Without fuss or bother, Lewis Hamilton drove from pole to redemption in winning Sunday's Grand Prix of China with ease. After failing to notch up the FIA Formula One World Drivers' Championship at this race last year as a rookie, Hamilton...
Without fuss or bother, Lewis Hamilton drove from pole to redemption in winning Sunday's Grand Prix of China with ease. After failing to notch up the FIA Formula One World Drivers' Championship at this race last year as a rookie, Hamilton presented his McLaren Mercedes team a first victory at Shanghai International Circuit. His sure-footed capture of pole, fast lap and victory served to suppress chatter that followed him from last weekend's race in Japan, where his first-corner, penalty-gaining maneuver on Kimi Raikkonen kicked up criticism and added to an array of mistakes this season.
The grim-faced drivers on the podium were Ferrari drivers Felipe Massa and Raikkonen. Their prancing steeds lacked the speed needed to challenge the Englishman today. Hamilton finished nearly 15 seconds ahead of title rival Massa, who spent most of the race in third before his world champion teammate surrendered second with six laps left. The Ferrari points score boosted the team's lead in the World Constructors' Championship chase but didn't close out the title. Ferrari lead McLaren 156-145 with a maximum 18 points on offer in Brazil in a fortnight.
The result sends Hamilton to the final race of the season at Interlagos with a seven-point lead over Massa. A third player in the drivers' chase, BMW Sauber's Robert Kubica, was eliminated after problematic qualifying left him too far out of touch to score highly. Kubica finished sixth behind his teammate, Nick Heidfeld, who finished behind fourth-placed Fernando Alonso in a Renault. Toyota's Timo Glock and Renault's Nelsinho Piquet picked up the final points.
"All weekend we've had God on our side, and the team has done a phenomenal job, really," Hamilton said. "The car felt fantastic all weekend. I owe so much to the guys, not just at the track but back home. They make sure the car stays intact so I can bring it home."
Hamilton called his start, which saw him pull away from the grid in a purposeful line, no zigging or zagging, one of his best this season. He piled on fast lap after fast lap to lead throughout. He said he was cruising after his second pit stop, looking after tires and engine.
"When you're out in front and have a gap and know you can push a little bit more if you need to, it's quite comfortable," he said.
Massa lamented the F2008 could not put him closer to the front.
"We tried to push but it was not possible," he said.
Raikkonen said his nonresistance to Massa's passing maneuver -- an act that might be read as in direct defiance of sporting regulations regarding team orders -- was what needed to be done.
"I know what the team expects and what we want for our results," he said.
Alonso provided the best action of the race as he diced with Hamilton teammate and birthday boy Heikki Kovalainen, who turned 27 on race day. The Finn, whose fifth-place qualification put him in poor position to help Hamilton fend off a Ferrari challenge, slipped past fourth-starting Alonso at the start but the Spaniard wasn't having it and scrapped back. Kovalainen then circulated in fifth for much of the race until a tire puncture sent him to the pits. He retired on Lap 49, leaving the team free to change his engine for Brazil.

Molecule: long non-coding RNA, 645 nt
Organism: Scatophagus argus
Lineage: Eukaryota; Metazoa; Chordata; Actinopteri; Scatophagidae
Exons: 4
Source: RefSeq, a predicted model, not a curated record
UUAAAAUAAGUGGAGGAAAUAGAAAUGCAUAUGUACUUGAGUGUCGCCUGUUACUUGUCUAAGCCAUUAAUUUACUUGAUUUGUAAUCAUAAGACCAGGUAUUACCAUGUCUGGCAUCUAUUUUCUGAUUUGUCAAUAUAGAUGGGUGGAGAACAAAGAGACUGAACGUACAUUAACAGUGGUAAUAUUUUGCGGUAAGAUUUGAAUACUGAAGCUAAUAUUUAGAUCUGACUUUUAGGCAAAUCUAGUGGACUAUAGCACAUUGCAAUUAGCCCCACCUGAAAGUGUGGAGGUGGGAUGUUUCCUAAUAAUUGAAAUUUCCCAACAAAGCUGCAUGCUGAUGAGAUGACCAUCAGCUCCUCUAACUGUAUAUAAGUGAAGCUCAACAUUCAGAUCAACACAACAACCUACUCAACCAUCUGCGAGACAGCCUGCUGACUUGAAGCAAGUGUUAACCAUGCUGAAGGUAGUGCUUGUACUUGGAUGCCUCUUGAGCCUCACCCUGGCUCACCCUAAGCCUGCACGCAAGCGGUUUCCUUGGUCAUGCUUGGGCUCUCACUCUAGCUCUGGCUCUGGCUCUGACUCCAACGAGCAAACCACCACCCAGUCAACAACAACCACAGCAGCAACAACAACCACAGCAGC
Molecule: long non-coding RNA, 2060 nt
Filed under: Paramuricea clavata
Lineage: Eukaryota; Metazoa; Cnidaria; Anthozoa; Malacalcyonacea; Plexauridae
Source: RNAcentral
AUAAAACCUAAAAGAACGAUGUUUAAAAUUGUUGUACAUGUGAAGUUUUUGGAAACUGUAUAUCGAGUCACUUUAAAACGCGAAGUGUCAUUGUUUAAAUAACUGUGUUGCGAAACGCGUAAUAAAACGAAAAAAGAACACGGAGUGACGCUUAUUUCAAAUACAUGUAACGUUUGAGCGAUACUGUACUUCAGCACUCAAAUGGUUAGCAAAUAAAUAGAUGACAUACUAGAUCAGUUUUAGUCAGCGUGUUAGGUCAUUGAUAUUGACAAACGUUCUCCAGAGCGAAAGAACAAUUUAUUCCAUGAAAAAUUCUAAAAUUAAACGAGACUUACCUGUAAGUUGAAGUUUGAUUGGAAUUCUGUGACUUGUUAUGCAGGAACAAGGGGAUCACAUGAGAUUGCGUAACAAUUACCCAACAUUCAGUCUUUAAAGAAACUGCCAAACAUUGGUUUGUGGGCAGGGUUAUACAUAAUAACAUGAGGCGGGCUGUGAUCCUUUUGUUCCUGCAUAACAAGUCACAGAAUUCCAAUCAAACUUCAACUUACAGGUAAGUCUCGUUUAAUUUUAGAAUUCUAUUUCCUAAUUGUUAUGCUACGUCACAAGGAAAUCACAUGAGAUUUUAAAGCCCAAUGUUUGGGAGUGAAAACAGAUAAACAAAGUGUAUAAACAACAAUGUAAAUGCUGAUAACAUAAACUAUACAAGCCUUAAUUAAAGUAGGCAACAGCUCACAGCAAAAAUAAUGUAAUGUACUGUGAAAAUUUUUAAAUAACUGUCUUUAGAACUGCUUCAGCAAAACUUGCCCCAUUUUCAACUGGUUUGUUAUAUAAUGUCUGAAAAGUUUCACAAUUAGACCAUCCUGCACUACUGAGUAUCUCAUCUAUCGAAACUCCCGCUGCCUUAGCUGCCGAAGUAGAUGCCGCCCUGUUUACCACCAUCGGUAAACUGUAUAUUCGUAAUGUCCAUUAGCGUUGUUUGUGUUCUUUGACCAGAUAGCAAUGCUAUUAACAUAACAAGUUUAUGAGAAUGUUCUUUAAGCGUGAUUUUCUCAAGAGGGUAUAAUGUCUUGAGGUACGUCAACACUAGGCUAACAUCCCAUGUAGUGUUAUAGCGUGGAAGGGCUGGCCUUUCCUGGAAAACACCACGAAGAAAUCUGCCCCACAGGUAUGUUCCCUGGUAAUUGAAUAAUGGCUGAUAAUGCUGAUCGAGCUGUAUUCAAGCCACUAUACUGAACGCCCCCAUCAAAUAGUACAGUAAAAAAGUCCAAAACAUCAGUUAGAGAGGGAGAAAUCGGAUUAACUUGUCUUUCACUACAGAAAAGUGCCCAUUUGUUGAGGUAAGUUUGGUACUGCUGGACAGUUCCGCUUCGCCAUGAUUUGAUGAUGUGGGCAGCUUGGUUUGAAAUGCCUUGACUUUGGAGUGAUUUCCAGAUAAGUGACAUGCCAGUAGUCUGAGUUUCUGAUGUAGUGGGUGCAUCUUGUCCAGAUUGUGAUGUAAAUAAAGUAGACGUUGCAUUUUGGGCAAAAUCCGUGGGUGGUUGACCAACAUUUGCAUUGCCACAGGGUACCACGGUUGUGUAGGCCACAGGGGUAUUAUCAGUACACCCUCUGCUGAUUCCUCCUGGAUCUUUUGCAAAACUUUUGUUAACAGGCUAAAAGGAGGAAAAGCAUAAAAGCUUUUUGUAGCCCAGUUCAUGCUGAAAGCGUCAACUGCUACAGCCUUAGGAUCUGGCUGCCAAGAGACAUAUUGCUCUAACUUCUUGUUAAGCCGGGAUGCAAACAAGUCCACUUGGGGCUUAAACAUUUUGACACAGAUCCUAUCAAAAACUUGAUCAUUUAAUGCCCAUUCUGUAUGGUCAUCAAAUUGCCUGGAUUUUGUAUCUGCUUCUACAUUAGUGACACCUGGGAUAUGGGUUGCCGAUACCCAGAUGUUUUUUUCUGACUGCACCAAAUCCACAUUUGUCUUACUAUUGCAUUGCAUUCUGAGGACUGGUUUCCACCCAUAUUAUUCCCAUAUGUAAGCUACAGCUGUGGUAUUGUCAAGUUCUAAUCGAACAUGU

"Fourth place is the best result that we could have hoped for today and so I am therefore extremely satisfied with my race," Alonso said. "We had good pace, close to the Ferrari, which is another reason to be pleased. We have now won the battle for fourth place in the constructors' championship, which was our objective, and so we can approach the Brazilian Grand Prix with confidence."
BMW Sauber drivers Heidfeld and Kubica were upbeat despite mathematical elimination from constructors' and drivers' title chases.
"It is a fact we now don't have any hopes of claiming the constructors' title, and neither can Robert win the drivers' championship," Heidfeld said. "But we shouldn't be too disappointed; the team has had a fantastic third season, and Robert, especially, had a very good year. It's not over yet."
Kubica's race left him seeing the sunny side.
"After a very difficult qualifying, I'm pleased with sixth," he said. "I made up a position at the start and then another two when Jarno Trulli and Sebastien Bourdais touched in the first corner. The balance of the car was still not good in the first two stints, and it only changed in the final stint after we changed to the softer compound. There is now one race left, and I shall try hard to defend my third place in the drivers' championship."
Kubica enters the final round six points ahead of Raikkonen.
Running at the end were Scuderia Toro Rosso's Sebastian Vettel, who finished out of the points for the first time in six races, Red Bull's David Coulthard, Honda's Rubens Barrichello, Toro Rosso's Bourdais, Red Bull's Mark Webber, Williams's Nico Rosberg, Honda's Jenson Button, and Force India's Giancarlo Fisichella.
Force India's Adrian Sutil, whose weekend was brightened by news that he and Fisichella will be retained next year, parked the VJM01 only 20 laps into the 56-lap race. Toyota's Trulli, whose coming together with Bourdais on the first lap at first forced him into the pits for a front wing, was forced out altogether after two laps.